Retention and job performance metrics rising in importance
Beckett Frith, May 17, 2017
Hiring professionals are being measured on retention and performance, as well as time to hire
Talent acquisition professionals are increasingly measured on new hires' retention and job performance, according to a study by the Futurestep division of Korn Ferry,
In Talent Forecast, Futurestep’s global survey of more than 1,100 hiring professionals, EMEA respondents said that while time to hire was the top priority metric (63%) , it was followed closely by the longer-term metrics of new hire retention (51%) and job performance up to 18 months after being hired (42%).
Richard Shea, managing director EMEA of search at Korn Ferry Futurestep, said the role of the hiring professional is changing. “Traditionally the job of a talent acquisition professional ended when a position was filled,” he said. “But in today’s competitive marketplace the focus has shifted to finding, hiring and retaining workers who are not only effective in their roles today, but who can also be the leaders of tomorrow.”
Those polled said that hiring professionals’ biggest worries regarding their role were the competition for talent (chosen by 29%) and the qualities of their hires (selected by 26%). Fourteen per cent said that their biggest concern was alignment with the wider business' strategy.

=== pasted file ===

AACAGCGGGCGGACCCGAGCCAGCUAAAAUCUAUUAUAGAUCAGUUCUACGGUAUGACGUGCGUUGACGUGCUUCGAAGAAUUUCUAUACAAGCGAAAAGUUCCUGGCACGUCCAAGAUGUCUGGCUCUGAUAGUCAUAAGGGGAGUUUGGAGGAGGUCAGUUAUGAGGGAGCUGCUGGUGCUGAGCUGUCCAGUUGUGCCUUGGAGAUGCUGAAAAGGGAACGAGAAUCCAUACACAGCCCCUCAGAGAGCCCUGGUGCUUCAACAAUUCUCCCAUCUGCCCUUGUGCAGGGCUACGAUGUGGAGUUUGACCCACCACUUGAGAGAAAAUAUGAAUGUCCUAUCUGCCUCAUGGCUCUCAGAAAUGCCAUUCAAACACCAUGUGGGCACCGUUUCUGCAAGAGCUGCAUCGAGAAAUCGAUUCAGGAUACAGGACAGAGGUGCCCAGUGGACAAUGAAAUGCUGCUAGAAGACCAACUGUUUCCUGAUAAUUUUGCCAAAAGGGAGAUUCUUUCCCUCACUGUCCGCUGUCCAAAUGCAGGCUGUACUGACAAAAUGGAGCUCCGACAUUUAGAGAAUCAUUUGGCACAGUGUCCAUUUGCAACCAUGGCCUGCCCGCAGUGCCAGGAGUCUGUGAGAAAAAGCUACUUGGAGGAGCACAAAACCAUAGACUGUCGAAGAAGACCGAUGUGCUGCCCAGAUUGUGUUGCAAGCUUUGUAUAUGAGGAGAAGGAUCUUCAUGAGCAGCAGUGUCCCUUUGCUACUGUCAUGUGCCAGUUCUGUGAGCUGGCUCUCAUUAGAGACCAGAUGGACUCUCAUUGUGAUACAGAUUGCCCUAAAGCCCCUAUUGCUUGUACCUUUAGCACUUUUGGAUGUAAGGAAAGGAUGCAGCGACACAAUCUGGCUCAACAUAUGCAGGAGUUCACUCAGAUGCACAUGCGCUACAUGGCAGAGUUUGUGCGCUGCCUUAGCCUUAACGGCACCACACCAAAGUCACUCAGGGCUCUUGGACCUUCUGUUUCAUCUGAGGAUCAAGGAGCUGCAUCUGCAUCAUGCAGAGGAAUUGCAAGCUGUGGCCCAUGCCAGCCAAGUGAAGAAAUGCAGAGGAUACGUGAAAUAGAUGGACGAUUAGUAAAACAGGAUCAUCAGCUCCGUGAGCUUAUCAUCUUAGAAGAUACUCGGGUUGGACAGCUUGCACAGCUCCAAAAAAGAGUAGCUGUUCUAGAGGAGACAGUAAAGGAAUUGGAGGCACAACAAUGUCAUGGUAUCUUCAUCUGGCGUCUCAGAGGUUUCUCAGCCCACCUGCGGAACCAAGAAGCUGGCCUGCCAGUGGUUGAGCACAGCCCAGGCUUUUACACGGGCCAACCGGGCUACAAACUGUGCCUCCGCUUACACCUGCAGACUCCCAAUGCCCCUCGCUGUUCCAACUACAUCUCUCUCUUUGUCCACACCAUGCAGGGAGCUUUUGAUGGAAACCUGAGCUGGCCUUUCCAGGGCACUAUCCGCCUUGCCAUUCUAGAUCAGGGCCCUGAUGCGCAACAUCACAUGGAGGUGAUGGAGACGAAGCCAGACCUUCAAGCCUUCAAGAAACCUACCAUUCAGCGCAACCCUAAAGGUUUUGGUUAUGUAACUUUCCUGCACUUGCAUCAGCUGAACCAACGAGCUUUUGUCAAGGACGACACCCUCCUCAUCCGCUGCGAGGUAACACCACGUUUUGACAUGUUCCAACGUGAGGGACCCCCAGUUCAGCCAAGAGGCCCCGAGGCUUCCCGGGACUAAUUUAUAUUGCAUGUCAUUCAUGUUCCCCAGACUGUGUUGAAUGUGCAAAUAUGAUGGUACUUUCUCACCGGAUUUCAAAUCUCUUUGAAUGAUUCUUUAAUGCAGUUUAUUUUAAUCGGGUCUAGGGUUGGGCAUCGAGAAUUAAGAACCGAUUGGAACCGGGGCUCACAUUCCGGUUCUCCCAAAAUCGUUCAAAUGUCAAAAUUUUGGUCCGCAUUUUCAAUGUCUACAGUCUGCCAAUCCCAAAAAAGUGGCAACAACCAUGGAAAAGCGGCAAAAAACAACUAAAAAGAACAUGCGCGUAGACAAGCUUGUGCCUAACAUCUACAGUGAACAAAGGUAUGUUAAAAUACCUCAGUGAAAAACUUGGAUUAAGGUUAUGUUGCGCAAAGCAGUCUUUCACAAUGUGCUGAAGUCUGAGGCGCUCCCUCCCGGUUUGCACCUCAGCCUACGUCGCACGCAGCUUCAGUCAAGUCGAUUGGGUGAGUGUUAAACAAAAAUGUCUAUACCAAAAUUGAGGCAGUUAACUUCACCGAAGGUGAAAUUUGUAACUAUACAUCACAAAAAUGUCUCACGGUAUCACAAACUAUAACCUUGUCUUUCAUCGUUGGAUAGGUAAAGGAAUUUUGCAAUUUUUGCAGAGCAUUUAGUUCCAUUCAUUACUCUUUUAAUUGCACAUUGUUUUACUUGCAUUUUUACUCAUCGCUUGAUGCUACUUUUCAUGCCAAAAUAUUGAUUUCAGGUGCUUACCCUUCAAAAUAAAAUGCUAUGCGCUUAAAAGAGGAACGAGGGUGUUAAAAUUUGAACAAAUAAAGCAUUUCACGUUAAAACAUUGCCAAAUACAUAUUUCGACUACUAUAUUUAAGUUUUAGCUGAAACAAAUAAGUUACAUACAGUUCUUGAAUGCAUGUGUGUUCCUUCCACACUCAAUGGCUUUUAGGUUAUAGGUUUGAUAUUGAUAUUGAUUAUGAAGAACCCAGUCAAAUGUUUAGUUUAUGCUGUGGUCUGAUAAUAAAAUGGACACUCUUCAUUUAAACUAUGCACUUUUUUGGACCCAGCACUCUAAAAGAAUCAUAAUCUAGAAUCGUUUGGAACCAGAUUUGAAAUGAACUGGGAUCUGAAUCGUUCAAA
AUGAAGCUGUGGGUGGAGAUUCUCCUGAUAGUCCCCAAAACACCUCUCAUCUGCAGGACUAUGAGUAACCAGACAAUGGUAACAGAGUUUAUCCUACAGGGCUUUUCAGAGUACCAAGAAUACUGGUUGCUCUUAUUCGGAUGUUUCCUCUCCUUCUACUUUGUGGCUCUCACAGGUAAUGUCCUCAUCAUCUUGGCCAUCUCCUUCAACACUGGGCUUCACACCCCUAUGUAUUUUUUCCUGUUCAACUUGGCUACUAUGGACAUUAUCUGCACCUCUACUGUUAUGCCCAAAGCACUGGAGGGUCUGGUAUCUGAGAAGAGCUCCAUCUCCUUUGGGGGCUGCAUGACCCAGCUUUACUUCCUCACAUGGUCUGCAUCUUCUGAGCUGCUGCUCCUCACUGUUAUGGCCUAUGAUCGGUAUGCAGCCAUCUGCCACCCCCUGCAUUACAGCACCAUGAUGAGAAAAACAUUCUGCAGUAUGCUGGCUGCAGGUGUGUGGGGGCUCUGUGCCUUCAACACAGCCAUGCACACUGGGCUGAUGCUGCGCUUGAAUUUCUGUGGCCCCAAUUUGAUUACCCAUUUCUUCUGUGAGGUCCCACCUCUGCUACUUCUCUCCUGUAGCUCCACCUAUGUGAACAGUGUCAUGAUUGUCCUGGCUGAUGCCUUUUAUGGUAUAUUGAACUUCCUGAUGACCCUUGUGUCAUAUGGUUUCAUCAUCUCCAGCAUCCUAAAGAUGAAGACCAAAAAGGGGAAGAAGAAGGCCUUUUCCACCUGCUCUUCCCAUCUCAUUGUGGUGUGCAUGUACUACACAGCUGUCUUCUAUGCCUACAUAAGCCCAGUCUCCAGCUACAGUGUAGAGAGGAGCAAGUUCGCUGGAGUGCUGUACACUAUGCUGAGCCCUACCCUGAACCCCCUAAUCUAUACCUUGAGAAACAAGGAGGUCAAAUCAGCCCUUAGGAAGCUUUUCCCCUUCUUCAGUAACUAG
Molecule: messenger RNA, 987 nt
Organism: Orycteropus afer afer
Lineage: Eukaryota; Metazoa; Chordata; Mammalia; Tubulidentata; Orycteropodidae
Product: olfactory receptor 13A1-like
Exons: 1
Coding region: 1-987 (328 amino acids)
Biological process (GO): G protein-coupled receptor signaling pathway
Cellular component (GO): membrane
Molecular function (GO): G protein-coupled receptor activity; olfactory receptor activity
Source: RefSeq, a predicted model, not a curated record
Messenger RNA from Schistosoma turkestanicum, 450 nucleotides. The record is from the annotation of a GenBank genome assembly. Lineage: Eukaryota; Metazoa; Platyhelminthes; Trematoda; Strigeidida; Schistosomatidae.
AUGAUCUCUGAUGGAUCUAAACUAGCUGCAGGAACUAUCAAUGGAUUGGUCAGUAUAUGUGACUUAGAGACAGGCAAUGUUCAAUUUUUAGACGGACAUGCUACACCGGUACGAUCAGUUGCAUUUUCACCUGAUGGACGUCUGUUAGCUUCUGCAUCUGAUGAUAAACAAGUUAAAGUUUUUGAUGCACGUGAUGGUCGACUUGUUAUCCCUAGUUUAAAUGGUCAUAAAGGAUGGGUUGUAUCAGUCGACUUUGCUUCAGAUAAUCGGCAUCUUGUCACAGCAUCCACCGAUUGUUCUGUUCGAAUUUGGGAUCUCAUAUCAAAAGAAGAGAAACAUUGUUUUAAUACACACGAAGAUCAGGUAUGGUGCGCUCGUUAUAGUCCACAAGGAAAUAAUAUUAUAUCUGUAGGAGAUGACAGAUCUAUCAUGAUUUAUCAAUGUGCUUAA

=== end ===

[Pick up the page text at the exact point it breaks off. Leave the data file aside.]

When asked why they might be facing talent shortages, talent acquisition professionals cited a lack of candidates who can move up the leadership pipeline (27%) as the top reason. This was closely followed by competition from other sectors (24%).
Shea reported that some organisations are implementing new reward structures to incentivise talent acquisition professionals to think longer term.
“We’ve seen members of the talent acquisition team receive bonuses based on the performance of candidates they brought into the organisation – particularly for sales positions and other jobs where performance can be easily quantified,” he said. “While this is not a common practice, it very likely may become more popular as organisations seek to reward the recruitment of high performers.
“Non-stop advances in technology and rapidly changing business strategies have led to the creation of jobs that didn’t even exist a few years ago,” he added. “In addition, there are demands for new skillsets in virtually every profession. Hiring and retaining workers who are agile and can adapt to the fast pace of change is critical for staying ahead of the competition curve.”